Should we be worried about Fukushima radiation?
This Jan. 12, 2016 photo, shows No. 3 nuclear reactor, bottom, at Takahama nuclear power station in Takahama town in Fukui prefecture, northwestern Japan. Japan has restarted a nuclear reactor that burns plutonium-based fuel for power generation, first under the post-Fukushima safety rules. The No. 3 reactor at Takahama nuclear plant in western Japan, operated by Kansai Electric Power Co., becomes the first one using plutonium-uranium hybrid fuel known as MOX to go back online since the 2011 meltdowns at Fukushima.
For the first time, seaborne radiation from Japan’s Fukushima nuclear disaster has been detected on the West Coast of the United States.
The levels are very low and shouldn't harm people eating fish from the West Coast or swimming in the ocean, according to Ken Buesseler, a senior scientist at Woods Hole Oceanographic Institution.
"To put it in context, if you were to swim everyday for six hours a day in those waters for a year, that additional radiation from the addressed cesium from Japan ... is 1000 times smaller than one dental x-ray," Buesseler said in a phone interview.
But while people make a choice to be exposed to x-ray radiation, they don't choose to be exposed to Japanese radiation, he said.
Cesium-134, the so-called fingerprint of Fukushima, was measured in seawater samples taken from Tillamook Bay and Gold Beach in Oregon, according to researchers from the Woods Hole Oceanographic Institution.
Celsium-134 was also detected in a Canadian salmon, according to the Fukushima InFORM project, led by University of Victoria chemical oceanographer Jay Cullen.
Massive amounts of contaminated water were released from the crippled nuclear plant following a 9.0 magnitude earthquake and tsunami in March 2011. More radiation was released to the air, then fell to the sea.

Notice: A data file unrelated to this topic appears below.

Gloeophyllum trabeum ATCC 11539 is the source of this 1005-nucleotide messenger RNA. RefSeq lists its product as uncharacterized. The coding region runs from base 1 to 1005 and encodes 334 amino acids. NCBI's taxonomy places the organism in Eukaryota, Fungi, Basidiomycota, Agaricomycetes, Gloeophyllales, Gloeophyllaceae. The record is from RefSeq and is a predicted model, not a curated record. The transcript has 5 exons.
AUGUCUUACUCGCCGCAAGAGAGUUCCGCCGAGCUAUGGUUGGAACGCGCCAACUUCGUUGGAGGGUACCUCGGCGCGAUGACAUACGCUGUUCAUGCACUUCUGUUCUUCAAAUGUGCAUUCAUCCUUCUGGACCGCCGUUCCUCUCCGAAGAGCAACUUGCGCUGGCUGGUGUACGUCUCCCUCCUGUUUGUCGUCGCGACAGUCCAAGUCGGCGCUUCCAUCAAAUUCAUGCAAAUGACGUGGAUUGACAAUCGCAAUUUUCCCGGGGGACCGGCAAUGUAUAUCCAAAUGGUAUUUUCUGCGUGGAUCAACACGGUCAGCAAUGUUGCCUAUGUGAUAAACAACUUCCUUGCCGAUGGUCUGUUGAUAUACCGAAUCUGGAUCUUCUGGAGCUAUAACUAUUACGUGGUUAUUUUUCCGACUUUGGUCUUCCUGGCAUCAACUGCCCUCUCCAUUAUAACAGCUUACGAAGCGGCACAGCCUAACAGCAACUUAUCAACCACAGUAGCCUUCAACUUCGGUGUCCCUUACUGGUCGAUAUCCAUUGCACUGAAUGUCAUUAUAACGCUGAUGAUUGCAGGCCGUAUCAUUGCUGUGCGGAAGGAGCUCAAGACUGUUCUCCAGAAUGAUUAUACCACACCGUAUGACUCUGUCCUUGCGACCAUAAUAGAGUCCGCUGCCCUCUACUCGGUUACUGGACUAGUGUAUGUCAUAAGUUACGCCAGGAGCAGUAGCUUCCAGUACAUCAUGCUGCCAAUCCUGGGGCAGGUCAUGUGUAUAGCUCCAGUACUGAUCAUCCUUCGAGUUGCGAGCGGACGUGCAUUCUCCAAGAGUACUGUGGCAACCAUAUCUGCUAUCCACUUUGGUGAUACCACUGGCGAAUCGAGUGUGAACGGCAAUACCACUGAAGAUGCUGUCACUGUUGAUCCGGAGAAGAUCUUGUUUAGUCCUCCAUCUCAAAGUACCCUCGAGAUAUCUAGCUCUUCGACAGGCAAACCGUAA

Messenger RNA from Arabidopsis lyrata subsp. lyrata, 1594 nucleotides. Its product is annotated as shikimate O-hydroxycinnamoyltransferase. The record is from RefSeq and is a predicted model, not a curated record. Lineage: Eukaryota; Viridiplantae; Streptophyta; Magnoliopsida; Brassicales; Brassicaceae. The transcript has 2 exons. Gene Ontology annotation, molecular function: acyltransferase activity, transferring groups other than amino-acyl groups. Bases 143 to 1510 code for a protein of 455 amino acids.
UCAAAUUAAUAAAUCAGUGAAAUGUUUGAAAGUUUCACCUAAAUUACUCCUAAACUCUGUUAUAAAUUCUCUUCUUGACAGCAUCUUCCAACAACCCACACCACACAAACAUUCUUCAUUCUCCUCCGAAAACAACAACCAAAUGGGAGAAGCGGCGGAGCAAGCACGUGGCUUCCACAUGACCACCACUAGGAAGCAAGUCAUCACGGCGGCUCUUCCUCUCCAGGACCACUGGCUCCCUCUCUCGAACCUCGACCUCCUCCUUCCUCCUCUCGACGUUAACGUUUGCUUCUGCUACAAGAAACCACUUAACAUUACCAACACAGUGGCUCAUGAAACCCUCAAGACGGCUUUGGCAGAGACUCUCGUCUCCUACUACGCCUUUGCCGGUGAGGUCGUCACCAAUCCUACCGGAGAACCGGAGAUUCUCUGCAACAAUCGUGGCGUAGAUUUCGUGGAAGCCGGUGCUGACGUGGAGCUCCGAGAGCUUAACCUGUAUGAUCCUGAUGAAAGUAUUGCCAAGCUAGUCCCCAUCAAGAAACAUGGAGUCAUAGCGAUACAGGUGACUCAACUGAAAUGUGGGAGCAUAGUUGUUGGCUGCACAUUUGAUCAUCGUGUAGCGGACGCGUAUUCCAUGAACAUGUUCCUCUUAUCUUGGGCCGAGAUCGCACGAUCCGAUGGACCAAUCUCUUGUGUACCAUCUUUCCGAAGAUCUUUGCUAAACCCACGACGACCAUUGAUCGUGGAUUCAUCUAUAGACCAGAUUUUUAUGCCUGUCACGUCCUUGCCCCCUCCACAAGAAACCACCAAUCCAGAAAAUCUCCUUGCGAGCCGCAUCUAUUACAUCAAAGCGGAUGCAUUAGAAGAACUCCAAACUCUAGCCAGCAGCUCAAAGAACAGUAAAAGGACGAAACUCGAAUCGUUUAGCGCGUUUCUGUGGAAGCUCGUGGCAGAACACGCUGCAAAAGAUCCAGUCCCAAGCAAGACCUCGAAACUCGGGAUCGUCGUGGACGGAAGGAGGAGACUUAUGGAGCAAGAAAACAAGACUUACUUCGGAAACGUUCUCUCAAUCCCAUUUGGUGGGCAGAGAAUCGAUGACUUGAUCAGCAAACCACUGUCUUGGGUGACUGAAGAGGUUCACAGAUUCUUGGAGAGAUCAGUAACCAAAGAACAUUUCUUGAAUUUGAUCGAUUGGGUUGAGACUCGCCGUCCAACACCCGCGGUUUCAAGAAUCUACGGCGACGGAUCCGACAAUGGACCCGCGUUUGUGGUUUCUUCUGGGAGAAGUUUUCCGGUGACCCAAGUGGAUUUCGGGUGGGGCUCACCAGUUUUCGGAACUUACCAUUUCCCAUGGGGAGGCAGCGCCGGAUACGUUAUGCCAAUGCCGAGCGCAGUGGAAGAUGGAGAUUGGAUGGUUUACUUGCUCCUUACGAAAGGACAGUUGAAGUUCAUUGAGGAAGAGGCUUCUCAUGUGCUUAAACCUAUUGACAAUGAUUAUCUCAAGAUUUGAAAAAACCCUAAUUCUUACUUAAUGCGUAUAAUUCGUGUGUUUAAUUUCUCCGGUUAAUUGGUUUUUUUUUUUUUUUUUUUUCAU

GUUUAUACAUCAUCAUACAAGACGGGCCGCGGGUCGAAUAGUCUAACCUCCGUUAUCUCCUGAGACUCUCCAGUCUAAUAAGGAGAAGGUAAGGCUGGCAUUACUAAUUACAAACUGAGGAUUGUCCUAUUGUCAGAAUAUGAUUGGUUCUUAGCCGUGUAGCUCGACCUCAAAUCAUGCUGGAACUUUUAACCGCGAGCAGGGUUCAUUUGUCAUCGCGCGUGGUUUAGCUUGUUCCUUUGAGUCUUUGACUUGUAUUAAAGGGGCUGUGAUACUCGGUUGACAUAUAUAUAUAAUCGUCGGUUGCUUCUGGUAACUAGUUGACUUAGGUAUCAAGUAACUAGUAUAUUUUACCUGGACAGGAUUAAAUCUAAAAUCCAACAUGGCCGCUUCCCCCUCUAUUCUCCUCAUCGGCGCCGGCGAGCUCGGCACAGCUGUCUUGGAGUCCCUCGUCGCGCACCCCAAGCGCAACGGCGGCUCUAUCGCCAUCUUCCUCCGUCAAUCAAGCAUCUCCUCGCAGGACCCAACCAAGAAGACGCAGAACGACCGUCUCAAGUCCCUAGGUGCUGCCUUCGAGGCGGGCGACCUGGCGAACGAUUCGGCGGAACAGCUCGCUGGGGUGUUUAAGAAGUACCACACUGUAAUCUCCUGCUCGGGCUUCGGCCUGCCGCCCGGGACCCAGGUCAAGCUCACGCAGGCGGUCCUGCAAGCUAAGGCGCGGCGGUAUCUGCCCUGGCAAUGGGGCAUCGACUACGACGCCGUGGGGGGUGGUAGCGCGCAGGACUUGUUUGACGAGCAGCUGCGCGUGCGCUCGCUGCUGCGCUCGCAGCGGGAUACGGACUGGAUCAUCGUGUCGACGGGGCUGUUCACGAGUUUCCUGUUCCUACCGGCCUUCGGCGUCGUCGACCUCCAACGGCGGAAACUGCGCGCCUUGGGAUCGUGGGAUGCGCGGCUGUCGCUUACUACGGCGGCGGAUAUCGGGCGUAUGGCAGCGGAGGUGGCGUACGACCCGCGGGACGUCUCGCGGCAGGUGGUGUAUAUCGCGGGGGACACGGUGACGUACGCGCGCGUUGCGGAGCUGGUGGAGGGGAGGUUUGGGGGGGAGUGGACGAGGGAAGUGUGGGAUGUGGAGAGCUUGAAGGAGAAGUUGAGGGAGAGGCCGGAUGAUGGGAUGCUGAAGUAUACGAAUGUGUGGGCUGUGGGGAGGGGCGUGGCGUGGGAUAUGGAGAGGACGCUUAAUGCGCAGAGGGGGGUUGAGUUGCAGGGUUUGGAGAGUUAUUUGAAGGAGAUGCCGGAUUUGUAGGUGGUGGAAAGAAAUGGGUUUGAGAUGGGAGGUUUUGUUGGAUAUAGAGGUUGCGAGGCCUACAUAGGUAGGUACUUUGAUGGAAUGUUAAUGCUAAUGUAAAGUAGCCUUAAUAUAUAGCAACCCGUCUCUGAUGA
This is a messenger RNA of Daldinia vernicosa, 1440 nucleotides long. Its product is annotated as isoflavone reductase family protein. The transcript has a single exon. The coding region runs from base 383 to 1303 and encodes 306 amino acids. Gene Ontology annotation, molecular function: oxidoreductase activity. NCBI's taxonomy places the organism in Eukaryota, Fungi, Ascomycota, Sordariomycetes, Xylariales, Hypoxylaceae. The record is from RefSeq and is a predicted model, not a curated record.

"In Japan, at its peak [celsium-134 levels] it was 10 million times higher than what we are seeing today on the West Coast," he said.
Buesseler, who runs a crowd-funded, citizen science seawater sampling project that has tracked the radiation plume as it slowly makes its way across the Pacific Ocean, said the samples, were taken in January and February of 2016 and later analyzed. They each measured 0.3 becquerels per cubic meter of cesium-134.
He said scientists have turned to crowdfunding to measure the radiation from the Fukushima nuclear disaster because federal agencies have failed to take on ocean radioactive studies stemming from the 2011 event.
"We don’t expect to see health concerns from swimming or fish consumption, but we would like to continue monitoring until (the radiation level) goes back down again," he said.
Learn more about Ken Beusseler’s crowd-funded, citizen-science seawater sampling project at http://www.ourradioactiveocean.org/.
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